Dire strait: on Russia-Ukraine sea clash

Russia must be persuaded to lower tensions with Ukraine

Updated - December 03, 2021 10:13 am IST

Published - November 29, 2018 12:02 am IST

Russia’s capture of three Ukrainian naval ships and over 20 crew members in the disputed Azov Sea has refocussed international attention on the conflict on Europe’s eastern corridors. The rapid escalation in tensions following the flare-up is evident. Kiev has declared martial law and demanded that the sailors be treated as prisoners of war. A court in Russian-annexed Crimea, meanwhile, has ordered many of them to be held in pre-trial detention, charging them with illegally entering its territorial waters. Ukraine insists that the patrol of the Kerch Strait, where the vessels were impounded, was authorised under a bilateral agreement with Moscow. A new bridge over the strait that connects mainland Russia with Crimea has raised concerns about Moscow’s greater control and influence in the region. The latest incident coincides with the anniversary of the November 2013 Maidan Square protests in Ukraine demanding integration with Europe, which was the prelude to Russia’s invasion of Ukraine’s Crimea in 2014. The protracted conflict has so far claimed about 10,000 lives and displaced millions, and no lasting resolution is in sight. The 2014-15 Minsk peace accords prohibited air strikes and heavy artillery firing. But the dispute has dragged on into a smouldering low-intensity combat. The Ukraine-Russia conflict has also widened religious schisms. The independence granted to the Ukrainian Orthodox Church from the Russian entity in October was criticised by Moscow. In turn, the election this month of the legislatures of two breakaway enclaves of Kiev, with Moscow’s endorsement, drew criticism from Ukraine, leading European powers and the U.S. as violations of the Minsk accords.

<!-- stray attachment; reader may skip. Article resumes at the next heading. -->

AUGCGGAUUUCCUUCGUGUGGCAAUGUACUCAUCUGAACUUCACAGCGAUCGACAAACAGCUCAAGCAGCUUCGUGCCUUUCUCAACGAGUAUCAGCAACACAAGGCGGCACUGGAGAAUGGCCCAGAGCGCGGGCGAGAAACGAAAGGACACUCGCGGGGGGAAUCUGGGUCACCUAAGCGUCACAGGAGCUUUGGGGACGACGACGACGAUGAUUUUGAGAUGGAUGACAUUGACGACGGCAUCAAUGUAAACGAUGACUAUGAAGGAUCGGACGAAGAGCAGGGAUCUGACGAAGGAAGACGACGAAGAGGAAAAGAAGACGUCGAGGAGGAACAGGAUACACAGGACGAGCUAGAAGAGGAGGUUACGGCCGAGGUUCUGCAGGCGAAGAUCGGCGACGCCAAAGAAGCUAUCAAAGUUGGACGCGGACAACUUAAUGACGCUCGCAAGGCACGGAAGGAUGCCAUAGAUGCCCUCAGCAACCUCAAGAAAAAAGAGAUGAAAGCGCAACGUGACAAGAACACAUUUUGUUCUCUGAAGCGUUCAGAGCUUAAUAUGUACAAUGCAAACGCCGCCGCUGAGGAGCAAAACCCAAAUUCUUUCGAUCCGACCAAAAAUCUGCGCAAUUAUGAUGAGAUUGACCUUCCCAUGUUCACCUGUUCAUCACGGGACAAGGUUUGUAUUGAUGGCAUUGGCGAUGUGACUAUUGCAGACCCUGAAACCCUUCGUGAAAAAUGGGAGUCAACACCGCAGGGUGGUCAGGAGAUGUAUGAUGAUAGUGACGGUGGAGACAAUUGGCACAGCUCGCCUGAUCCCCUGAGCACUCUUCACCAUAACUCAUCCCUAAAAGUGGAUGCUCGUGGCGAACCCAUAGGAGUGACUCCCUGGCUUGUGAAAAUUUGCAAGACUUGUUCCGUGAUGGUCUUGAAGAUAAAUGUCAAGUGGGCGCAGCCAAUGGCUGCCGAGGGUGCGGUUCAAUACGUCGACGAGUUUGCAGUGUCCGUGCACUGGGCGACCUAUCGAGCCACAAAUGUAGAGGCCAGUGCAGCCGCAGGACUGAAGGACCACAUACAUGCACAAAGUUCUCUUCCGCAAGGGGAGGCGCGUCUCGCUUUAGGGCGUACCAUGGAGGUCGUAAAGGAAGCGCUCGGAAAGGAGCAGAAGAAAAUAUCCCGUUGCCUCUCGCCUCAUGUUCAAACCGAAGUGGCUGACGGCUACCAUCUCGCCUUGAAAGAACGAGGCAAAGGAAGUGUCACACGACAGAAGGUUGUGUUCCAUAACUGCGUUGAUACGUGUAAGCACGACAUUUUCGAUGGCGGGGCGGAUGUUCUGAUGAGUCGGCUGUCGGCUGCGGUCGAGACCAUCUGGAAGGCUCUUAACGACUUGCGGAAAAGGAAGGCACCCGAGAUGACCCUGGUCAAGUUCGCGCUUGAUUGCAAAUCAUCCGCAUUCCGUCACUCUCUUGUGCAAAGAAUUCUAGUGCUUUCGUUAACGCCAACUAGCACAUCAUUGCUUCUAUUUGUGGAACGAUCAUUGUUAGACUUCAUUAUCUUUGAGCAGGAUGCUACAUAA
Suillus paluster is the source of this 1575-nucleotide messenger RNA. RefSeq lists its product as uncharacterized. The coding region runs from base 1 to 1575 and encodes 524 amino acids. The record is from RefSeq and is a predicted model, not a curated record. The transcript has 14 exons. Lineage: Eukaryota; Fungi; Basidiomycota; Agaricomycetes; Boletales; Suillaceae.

There has been renewed Western diplomatic pressure since the weekend’s skirmishes, with the UN Security Council and NATO calling on Moscow and Kiev to de-escalate tensions. But besides forcing Russian President Vladimir Putin to toughen his rhetoric vis-à-vis the big powers, the hardships from the economic sanctions since Crimea’s occupation have achieved little by way of confidence-building in the region. European powers are divided between those advocating greater diplomatic engagement with the Kremlin and others wanting to press with further sanctions to punish perceived Russian political interference. But there has been little appreciation of the provocation for Moscow from NATO’s continued expansion into the former Eastern Europe and the erstwhile USSR. The geopolitical imperative of greater engagement with Moscow has never been more urgent, as hawks in the U.S. administration make no secret of their preference for confrontation over dialogue. The recent escalations could serve well the leaders of both Russia and Ukraine to divert attention from the sagging popularity levels at home. Ukrainian President Petro Poroshenko faces a general election next year, which, it is widely forecast, he will lose. But the humanitarian situation arising from the continuing conflict brooks no delay in arriving at a speedy resolution.

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